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26
Apr

5 Ways To Help Yourself When Your Body Feels Your Trauma 

Your mind, body, and spirit are all connected. When you experience trauma in your life, you may feel the trauma in your body as well. The trauma can get stored, and you may feel a sensation when the pain of the trauma reveals itself.

When you do not allow yourself to fully feel emotions and they get repressed, they can surface in the form of pain within your body.

You may notice body sensations when you experience emotions. Fear can show up as an increased heart rate, sweaty palms, or a stomachache. Jealousy may feel like a clenched jaw, fist, or sensitivity to a loud noise.

An emotion usually only lasts about 90 seconds if you acknowledge it, feel it and allow it to move through you. However, when you repress the emotion, it can be stored for much longer in your body.

Image of an elderly person walking with adult grandchild. Read More: “What To Know About Anxiety Due To Generational Trauma”

In his popular book, The Body Keeps the Score: Brain, Mind, and Body in the Healing of Trauma, author Bessel van der Kolk said:

“As long as you keep secrets and suppress information, you are fundamentally at war with yourself.”

Trauma can often cause shame within you. One of the antidotes to shame is to speak up, which is why recovery rooms and therapy can be instrumental in many lives.

When you carry shame, and everyone does, it becomes a burden to not only your mind but also your body.

This can negatively impact your mental health and prolong trauma as well as childhood trauma. Traumatic memories that are not recalled or recovered of a traumatic event can also be stored in your body.

This may result in stress or even a stress disorder. A trauma survivor can have various bodily symptoms throughout their life when a physical sensation isn’t addressed.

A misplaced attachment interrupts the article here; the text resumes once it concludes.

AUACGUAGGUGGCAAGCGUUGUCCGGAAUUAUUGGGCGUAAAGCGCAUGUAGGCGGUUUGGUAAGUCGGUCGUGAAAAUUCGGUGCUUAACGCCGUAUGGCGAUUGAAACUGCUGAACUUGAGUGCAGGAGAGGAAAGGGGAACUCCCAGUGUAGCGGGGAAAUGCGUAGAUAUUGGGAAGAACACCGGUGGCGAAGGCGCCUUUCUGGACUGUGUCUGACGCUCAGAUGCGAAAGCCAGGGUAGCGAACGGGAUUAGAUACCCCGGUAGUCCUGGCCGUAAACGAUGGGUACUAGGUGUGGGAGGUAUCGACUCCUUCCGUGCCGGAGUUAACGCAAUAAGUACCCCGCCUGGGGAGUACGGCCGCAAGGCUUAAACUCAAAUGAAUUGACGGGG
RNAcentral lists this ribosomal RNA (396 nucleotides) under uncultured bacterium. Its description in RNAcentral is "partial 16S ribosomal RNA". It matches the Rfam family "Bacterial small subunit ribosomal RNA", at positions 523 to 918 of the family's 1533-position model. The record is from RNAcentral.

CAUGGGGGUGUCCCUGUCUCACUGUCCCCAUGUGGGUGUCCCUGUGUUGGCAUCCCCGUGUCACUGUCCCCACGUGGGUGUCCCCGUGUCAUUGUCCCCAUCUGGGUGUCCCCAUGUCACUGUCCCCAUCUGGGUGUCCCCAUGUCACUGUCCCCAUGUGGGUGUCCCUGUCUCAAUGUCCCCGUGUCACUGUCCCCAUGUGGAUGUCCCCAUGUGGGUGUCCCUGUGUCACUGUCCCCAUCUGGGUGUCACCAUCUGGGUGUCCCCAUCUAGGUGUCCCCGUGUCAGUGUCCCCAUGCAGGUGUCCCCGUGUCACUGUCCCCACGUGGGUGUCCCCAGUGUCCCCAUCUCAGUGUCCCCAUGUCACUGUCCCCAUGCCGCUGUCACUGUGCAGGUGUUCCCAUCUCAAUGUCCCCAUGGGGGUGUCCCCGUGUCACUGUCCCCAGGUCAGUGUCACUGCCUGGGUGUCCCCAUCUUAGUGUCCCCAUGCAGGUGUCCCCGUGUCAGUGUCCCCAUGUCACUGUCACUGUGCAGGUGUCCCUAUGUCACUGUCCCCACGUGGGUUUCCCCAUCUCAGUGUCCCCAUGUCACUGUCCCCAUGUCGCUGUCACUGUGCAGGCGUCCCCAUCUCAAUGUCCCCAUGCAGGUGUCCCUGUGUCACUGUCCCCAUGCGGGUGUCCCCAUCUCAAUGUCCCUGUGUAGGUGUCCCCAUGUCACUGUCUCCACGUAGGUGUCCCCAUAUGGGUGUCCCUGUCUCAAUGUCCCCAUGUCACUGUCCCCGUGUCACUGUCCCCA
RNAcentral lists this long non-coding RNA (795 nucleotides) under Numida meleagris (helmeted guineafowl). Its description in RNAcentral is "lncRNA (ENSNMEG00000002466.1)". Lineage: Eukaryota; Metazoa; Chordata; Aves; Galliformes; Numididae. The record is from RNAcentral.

Your experience with trauma may not be the same as someone else, and there can also be common themes when it comes to how emotions are stored.

Stress may show up in your back. Frozen shoulders can occur when you feel an overwhelming amount of anxiety, which can make your shoulders tense and your jaw clench. Your nervous system may be racing constantly, and you may not even realize it anymore.

Depression and loneliness may be felt in your stomach. There can be a feeling of hollowness or emptiness rather than satiation. This may lead to confusing cues about hunger. Past trauma can lead to an overactive stress hormone and increased anxiety. Sometimes, understanding your body takes a moment of pause, awareness and reflection.

Image of a person calming self on the couch with eyes closed.

Trauma and pain are difficult to fully feel, and many people choose an escape route instead through avoidance, being overactive, working long hours, thinking of suicide, and over using alcohol or drugs.

Trauma, movement and grief work can help move your emotions again, and a trusted professional like a therapist can help.

When your body has experienced trauma, chronic illnesses and auto-immune responses can also develop as a result of trapped emotions and trauma leading to more suffering and discomfort in your body.

Sensations in our body and emotional reactions related to trauma can show up when we least expect it. Learning to understand your trauma, what triggers your trauma responses, noticing when and where you feel it in your body and learning how to manage is crucial to healing from trauma.

When your body receives a signal that it associates with your trauma, it’s helpful and often maladaptive response is fight, flight, freeze or fawn. In your body’s attempt to keep you safe, it reacts as though you are in danger, even if there is no real danger in the moment.

One of the more disturbing trauma responses is the experience of dissociation in which the body and mind become disconnected in the brain’s attempt to protect the body from experiencing the emotional or physical pain.

When you dissociate; it may feel fuzzy, numb, or unsettled within yourself. This can be quite distracting and disruptive. Learning to re-connect your mind and body is helpful to healing trauma.

Here Are 5 Ways To Get Back In Your Body:

  1. Move.
    When you experience trauma, you may leave your body or dissociate and a way to get back into yourself is through movement.